How to Search and Sort Lists in Python - dummies

By John Paul Mueller

You can do many things with lists. As a Python programmer, you have lots of options. Those lists may not do you much good if you don’t know what is in the list. To make that job even easier, you can sort lists to make information easier to find.

Searching lists

Modifying a list isn’t very easy when you don’t know what the list contains. The ability to search a list is essential if you want to make maintenance tasks easier. The following steps help you create an application that demonstrates the ability to search a list for specific values.

  1. Open a Python File window.

    You see an editor in which you can type the example code.

  2. Type the following code into the window — pressing Enter after each line:

    Colors = ["Red", "Orange", "Yellow", "Green", "Blue"]
    ColorSelect = "
    while str.upper(ColorSelect) != "QUIT":
     ColorSelect = input("Please type a color name: ")
     if (Colors.count(ColorSelect) >= 1):
      print("The color exists in the list!")
     elif (str.upper(ColorSelect) != "QUIT"):
      print("The list doesn't contain the color.")

    The example begins by creating a list named Colors that contains color names. It also creates a variable named ColorSelect to hold the name of the color that the user wants to find. The application then enters a loop where the user is asked for a color name that is placed in ColorSelect. As long as this variable doesn’t contain the word QUIT, the application continues a loop requesting input.

    Whenever the user inputs a color name, the application asks the list to count the number of occurrences of that color. When the value is equal to or greater than one, the list does contain the color and an appropriate message appears onscreen. On the other hand, when the list doesn’t contain the requested color, an alternative message appears onscreen.

    Notice how this example uses an elif clause to check whether ColorSelect contains the word QUIT. This technique of including an elif clause ensures that the application doesn’t output a message when the user wants to quit the application. You need to use similar techniques when you create your applications to avoid potential user confusion or even data loss (when the application performs a task the user didn’t actually request).

  3. Choose Run→Run Module.

    You see a Python Shell window open. The application asks you to type a color name.

  4. Type Blue and press Enter.

    image0.jpg

    You see a message telling you that the color does exist in the list.

  5. Type Purple and press Enter.

    image1.jpg

    You see a message telling you that the color doesn’t exist.

  6. Type Quit and press Enter.

    The application ends. Notice that the application displays neither a success nor a failure message.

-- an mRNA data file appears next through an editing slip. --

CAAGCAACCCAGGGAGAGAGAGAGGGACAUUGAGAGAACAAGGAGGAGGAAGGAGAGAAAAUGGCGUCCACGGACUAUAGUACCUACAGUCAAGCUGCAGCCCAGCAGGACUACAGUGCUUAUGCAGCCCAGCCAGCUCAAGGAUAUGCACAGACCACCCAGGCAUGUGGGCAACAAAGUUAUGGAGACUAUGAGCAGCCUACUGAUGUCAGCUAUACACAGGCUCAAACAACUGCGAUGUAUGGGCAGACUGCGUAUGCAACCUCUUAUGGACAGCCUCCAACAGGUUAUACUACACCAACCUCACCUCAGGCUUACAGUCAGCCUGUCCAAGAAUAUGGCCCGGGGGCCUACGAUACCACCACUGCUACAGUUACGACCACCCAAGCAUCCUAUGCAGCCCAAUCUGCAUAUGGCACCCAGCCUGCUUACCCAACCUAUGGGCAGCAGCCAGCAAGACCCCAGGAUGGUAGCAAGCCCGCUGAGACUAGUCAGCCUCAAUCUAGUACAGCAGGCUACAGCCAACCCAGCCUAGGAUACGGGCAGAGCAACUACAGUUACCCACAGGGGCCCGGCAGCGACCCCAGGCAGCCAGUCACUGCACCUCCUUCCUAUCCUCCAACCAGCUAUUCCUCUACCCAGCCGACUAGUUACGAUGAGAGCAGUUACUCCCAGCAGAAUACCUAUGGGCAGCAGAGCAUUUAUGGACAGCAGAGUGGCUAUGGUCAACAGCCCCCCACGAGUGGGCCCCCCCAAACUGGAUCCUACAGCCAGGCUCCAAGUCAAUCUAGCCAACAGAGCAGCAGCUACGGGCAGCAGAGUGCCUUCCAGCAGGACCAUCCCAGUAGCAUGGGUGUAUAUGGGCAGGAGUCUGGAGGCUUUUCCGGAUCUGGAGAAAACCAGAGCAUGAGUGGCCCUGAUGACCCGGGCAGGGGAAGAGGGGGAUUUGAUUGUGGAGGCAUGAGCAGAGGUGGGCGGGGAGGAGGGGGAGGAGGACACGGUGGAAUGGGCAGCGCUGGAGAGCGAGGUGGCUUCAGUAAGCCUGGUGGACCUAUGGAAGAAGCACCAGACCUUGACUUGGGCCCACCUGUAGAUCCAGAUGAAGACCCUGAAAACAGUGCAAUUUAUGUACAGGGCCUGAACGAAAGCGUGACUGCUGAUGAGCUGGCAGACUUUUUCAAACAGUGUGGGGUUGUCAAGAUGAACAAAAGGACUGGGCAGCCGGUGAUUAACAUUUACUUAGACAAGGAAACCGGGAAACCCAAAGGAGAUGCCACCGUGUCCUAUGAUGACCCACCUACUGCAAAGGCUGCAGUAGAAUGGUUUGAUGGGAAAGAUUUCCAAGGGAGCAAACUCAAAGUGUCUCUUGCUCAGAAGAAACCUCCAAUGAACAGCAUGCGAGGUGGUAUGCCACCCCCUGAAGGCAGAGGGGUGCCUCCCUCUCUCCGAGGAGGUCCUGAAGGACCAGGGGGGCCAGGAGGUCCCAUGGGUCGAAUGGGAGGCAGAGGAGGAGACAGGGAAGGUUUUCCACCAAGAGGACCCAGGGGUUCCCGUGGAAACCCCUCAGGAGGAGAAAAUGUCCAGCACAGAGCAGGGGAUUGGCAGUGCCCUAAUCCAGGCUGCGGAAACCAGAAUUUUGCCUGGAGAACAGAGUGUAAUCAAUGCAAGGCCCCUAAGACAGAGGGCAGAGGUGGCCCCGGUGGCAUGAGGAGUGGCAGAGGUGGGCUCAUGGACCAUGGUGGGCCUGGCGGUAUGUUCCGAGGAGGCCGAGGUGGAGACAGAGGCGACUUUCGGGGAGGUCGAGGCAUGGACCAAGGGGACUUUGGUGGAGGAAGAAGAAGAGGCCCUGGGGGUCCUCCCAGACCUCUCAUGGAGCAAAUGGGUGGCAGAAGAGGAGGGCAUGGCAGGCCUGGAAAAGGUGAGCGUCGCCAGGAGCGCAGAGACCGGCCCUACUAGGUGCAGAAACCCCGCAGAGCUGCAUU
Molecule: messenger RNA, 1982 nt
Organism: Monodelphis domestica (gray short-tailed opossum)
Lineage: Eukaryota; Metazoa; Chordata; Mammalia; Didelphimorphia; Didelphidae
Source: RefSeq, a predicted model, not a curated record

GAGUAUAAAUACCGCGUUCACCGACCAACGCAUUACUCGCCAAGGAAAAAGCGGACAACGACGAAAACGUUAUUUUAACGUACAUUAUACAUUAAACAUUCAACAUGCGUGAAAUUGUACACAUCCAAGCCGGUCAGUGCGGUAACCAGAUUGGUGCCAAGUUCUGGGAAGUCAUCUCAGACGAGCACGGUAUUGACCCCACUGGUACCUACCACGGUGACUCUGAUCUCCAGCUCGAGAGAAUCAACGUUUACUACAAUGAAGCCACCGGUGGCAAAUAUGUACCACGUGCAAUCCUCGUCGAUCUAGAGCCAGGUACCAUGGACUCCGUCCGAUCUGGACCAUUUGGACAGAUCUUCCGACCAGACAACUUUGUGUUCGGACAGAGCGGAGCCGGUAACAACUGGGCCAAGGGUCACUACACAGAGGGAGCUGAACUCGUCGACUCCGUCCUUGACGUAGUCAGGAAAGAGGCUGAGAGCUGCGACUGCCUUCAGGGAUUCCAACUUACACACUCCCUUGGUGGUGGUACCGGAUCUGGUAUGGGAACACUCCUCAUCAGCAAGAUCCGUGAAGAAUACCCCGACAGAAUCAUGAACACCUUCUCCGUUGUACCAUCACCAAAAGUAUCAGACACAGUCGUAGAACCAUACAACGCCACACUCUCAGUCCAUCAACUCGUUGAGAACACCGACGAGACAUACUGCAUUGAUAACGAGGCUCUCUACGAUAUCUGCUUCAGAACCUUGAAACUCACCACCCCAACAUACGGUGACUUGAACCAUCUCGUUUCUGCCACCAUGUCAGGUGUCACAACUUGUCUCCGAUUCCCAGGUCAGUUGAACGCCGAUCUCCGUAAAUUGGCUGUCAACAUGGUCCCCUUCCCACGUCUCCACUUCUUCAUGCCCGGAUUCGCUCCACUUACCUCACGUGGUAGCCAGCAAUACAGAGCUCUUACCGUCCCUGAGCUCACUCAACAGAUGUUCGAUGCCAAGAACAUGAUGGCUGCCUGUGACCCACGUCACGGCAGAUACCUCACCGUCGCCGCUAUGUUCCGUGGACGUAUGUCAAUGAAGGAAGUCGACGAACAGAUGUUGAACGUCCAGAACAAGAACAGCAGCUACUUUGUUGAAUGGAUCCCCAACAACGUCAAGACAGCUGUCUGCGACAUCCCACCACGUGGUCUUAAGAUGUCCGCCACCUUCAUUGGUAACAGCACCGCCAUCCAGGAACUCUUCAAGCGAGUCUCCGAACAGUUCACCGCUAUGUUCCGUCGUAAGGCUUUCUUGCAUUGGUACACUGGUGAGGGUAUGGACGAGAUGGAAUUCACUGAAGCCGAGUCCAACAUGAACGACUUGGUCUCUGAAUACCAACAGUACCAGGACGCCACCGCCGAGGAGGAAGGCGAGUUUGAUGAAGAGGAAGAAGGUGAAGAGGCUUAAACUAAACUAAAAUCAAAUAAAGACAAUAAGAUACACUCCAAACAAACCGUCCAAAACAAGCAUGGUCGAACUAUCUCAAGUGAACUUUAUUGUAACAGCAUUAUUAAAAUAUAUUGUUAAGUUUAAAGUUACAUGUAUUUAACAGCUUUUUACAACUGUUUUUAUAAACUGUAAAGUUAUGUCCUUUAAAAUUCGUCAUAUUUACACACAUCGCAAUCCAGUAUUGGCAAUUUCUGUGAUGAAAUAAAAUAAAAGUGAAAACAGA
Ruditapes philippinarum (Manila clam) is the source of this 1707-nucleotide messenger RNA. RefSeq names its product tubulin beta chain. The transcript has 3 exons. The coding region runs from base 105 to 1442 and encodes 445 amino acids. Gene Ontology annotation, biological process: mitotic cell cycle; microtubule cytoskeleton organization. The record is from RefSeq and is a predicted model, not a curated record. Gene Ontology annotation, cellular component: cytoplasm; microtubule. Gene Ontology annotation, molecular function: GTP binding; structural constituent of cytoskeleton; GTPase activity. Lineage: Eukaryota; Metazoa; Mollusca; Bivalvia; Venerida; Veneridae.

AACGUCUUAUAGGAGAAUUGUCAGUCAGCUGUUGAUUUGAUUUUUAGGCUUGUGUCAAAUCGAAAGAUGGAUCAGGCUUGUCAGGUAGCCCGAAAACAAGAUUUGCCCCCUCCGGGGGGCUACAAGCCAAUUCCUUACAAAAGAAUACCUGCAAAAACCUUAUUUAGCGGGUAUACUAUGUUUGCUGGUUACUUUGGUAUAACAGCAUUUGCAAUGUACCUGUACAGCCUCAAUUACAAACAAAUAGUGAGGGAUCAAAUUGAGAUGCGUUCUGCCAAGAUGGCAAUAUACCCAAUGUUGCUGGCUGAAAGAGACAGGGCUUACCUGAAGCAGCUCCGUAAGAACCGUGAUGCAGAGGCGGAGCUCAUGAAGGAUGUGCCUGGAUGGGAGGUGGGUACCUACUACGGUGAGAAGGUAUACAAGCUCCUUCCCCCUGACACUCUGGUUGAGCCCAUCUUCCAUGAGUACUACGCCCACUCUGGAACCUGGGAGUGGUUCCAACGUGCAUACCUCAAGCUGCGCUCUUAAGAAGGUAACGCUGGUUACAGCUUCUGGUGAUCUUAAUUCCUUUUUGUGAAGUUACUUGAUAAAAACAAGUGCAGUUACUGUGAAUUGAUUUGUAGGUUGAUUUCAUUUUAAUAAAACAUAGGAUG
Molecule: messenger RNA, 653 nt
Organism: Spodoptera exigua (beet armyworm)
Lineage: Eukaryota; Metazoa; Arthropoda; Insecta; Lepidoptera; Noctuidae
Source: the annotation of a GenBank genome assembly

Sorting lists

The computer can locate information in a list no matter what order it appears in. It’s a fact, though, that longer lists are easier to search when you put them in sorted order. However, the main reason to put a list in sorted order is to make it easier for the human user to actually see the information the list contains. People work better with sorted information.

This example begins with an unsorted list. It then sorts the list and outputs it to the display. The following steps demonstrate how to perform this task.

  1. Open a Python File window.

    You see an editor in which you can type the example code.

  2. Type the following code into the window — pressing Enter after each line:

    Colors = ["Red", "Orange", "Yellow", "Green", "Blue"]
    for Item in Colors:
     print(Item, end=" ")
    print()
    Colors.sort()
    for Item in Colors:
     print(Item, end=" ")
    print()

    The example begins by creating an array of colors. The colors are currently in unsorted order. The example then prints the colors in the order in which they appear. Notice the use of the end=” “ argument for the print() function to ensure that all color entries remain on one line (making them easier to compare).

    Sorting the list is as easy as calling the sort() function. After the example calls the sort() function, it prints the list again so that you can see the result.

  3. Choose Run→Run Module.

    You see a Python Shell window open. The application outputs both the unsorted and sorted lists.

    image2.jpg

You may need to sort items in reverse order at times. To accomplish this task, you use the reverse() function. The function must appear on a separate line. So the previous example would look like this if you wanted to sort the colors in reverse order:

Colors = ["Red", "Orange", "Yellow", "Green", "Blue"]
for Item in Colors:
 print(Item, end=" ")
print()
Colors.sort()
Colors.reverse()
for Item in Colors:
 print(Item, end=" ")
print()